WATERVILLE — The city on Sunday will host a special alpine skiing event at Quarry Road Recreation Area as part of an effort to explore the idea of officially bringing the sport back to the slopes there after a five-decades-long hiatus.

For many years, from the 1930s to the 1970s, people skied on the community hill, which was owned and operated by Colby College and had a T-bar and a rope tow, according to Matt Skehan, the city’s parks and recreation director.

The city and Friends of Quarry Road, a nonprofit organization that helps support the programs and development of the now city-owned recreation area, have been looking into whether there is enough interest in bringing downhill skiing back, what that would entail, and what it would cost.

To test the waters and raise awareness, the city will host an event from 9 a.m. to noon Sunday in which about a dozen skiers will be towed up the slopes with snowmobiles and ropes and then ski down. Those skiers have paid $100 each to cover the city’s expenses in hosting the event. Volunteers from both the Friends of Quarry Road and an alpine ski group at Colby will help the city Sunday.

“We want to take pictures to show the potential,” Skehan said. “A lot of people don’t realize it, but it is a legitimate vertical for downhill skiing.”

The public is invited to watch the skiers Sunday and there is no charge, according to Skehan.


“We encourage people to come and have a look,” he said. “It will be a neat experience to see and imagine what it could be.”

Skehan said some people now carry their skis to the top of the hill and ski down at their own risk, but the idea of developing an official alpine skiing program has not been promoted until now.

Skehan and Ole Amundsen, vice president of the Board of Directors for Friends of Quarry Road, said that in 2017, a master plan was developed for an alpine skiing area, based on feasibility and profits to make the program sustainable. Such a proposal would likely include a lodge at the bottom of the hill.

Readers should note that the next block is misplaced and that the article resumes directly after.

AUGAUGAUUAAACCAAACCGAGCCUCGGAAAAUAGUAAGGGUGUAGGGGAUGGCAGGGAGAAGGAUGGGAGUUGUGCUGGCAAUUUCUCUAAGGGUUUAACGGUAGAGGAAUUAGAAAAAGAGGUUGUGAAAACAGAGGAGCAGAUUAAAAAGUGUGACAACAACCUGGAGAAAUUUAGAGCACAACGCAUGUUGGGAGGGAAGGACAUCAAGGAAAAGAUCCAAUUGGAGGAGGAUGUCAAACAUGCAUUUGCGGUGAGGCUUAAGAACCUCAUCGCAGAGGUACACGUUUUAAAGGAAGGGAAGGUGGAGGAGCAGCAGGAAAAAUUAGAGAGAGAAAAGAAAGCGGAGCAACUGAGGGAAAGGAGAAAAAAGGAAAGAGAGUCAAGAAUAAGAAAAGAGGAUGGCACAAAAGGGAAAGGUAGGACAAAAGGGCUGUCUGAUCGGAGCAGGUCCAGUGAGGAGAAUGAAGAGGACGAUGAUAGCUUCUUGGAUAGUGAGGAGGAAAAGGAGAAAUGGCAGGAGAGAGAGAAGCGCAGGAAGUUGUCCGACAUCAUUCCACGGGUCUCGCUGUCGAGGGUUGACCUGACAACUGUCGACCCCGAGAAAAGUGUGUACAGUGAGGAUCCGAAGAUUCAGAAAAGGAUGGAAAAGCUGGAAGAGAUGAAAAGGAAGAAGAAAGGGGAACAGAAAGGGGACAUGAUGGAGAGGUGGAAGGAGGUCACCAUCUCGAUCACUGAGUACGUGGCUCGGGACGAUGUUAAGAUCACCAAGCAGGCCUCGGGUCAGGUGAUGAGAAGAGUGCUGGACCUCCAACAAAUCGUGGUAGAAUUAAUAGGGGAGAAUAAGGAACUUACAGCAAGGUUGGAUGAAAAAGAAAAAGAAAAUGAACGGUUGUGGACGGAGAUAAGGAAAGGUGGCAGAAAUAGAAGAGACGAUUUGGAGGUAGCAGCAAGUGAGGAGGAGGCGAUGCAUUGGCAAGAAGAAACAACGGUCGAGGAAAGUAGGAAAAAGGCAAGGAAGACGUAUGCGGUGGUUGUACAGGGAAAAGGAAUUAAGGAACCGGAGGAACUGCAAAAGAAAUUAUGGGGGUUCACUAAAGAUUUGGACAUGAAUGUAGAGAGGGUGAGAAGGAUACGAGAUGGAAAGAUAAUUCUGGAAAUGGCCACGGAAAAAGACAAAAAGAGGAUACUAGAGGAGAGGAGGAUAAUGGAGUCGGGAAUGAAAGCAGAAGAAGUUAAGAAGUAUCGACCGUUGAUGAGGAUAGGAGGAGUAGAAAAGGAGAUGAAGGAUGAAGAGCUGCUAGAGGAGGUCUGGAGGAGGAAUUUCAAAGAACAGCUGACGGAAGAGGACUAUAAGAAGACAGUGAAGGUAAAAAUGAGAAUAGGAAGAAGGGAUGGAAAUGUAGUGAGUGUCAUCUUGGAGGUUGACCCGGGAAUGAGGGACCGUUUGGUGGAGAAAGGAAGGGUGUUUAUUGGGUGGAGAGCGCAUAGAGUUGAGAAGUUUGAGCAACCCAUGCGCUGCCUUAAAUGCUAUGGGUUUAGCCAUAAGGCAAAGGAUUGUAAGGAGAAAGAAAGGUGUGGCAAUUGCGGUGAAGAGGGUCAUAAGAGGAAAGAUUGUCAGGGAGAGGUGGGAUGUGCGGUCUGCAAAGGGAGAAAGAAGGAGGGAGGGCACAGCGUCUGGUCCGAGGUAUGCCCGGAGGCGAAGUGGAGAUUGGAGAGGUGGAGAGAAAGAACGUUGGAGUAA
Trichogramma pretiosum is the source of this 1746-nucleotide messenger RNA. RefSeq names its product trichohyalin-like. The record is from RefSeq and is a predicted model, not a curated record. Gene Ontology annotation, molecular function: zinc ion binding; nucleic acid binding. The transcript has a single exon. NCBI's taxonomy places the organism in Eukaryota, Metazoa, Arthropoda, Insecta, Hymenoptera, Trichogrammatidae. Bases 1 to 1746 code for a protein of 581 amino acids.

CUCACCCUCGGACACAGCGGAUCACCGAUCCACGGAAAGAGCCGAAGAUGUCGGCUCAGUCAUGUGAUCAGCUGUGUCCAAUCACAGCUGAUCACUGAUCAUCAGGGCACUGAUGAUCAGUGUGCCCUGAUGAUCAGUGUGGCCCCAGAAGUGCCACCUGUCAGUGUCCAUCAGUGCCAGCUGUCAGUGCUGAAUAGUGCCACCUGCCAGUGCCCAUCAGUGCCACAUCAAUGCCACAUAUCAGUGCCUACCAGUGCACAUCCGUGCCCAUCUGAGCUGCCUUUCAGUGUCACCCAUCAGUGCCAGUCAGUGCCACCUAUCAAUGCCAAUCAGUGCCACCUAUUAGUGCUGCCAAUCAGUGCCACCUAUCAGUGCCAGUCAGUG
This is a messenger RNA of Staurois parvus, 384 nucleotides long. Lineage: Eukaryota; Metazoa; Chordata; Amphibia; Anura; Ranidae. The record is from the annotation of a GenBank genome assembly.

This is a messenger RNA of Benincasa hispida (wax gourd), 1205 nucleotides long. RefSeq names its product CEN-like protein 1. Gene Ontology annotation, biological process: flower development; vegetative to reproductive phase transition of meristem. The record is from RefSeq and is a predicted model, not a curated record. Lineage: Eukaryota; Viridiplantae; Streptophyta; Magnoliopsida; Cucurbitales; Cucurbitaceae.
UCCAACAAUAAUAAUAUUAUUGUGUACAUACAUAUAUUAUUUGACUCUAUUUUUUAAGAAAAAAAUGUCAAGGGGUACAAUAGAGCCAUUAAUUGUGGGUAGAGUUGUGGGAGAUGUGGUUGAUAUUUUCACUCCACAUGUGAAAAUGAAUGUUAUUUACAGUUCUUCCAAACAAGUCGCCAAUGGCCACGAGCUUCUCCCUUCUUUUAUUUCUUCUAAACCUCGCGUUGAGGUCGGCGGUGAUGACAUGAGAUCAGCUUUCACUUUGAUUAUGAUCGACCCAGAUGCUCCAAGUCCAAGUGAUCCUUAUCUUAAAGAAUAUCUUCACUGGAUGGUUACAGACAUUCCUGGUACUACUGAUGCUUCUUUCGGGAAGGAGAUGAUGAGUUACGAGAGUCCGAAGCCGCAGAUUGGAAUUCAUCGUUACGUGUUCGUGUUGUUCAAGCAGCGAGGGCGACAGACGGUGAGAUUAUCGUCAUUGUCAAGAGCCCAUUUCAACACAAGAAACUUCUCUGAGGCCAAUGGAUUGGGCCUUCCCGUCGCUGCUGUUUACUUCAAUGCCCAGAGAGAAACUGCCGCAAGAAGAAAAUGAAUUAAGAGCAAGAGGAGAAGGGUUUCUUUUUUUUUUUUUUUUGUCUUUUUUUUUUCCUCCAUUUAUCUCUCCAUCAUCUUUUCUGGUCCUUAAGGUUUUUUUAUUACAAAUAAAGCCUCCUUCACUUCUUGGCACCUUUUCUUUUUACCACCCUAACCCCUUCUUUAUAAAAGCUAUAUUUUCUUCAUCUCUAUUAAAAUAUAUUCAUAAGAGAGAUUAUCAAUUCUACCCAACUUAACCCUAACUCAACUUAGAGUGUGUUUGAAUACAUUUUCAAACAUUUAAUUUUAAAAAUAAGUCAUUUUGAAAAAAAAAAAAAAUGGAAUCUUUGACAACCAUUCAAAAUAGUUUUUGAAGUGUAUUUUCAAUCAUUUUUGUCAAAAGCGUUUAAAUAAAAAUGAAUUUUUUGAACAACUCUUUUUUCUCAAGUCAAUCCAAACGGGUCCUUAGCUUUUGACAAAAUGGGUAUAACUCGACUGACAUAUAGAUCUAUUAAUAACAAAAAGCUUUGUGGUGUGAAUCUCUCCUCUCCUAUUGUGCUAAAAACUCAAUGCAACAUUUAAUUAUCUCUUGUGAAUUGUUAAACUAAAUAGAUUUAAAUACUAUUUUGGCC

Alpine skiing was popular many years ago on the hill off upper Main Street in Waterville, as seen in this circa-1950s photo from Colby College archives. Photo courtesy of Colby College archives

“Our Nordic (skiing) structure and infrastructure at Quarry Road is top-notch and we want to continue that, too, and have it make sense for both going forward,” Skehan said. “It would take a lot of help on the capital side and we think it would take more staff. It’s very early on. We’re working on a business model. We’re going about it very carefully. It would take a pretty thorough analysis of the numbers, and fundraising. We want to have all our ducks in a row.”

Amundsen said that, depending on how Sunday’s event goes, Quarry Road might have similar events later in the winter or next year.

“It is very much kind of a trial event, to see if we can do it with a small group of people and also bring attention to the hill,” he said.


Amundsen said volunteers are looking at two efforts simultaneously — the analytical aspect and community organizing. “You need both,” he said.

As part of the exploration, they are asking questions such as whether a community hill could be a teaching venue for children, if that is something people want and what would need to be done to make it happen, according to Amundsen.

“We’re being very careful and mindful that things can change,” he said. “We’re dipping the toe in the water, so to speak.”

Amundsen said people are excited about the possibility of adding alpine skiing to Quarry Road, which has Nordic skiing and snowshoeing trails.

“Winter is what really makes Waterville a wonderful community and with the pandemic, we are seeing a big uptick in usership at Quarry Road, he said.

Sunday’s event is subject to snow conditions, which Skehan said are perfect right now.

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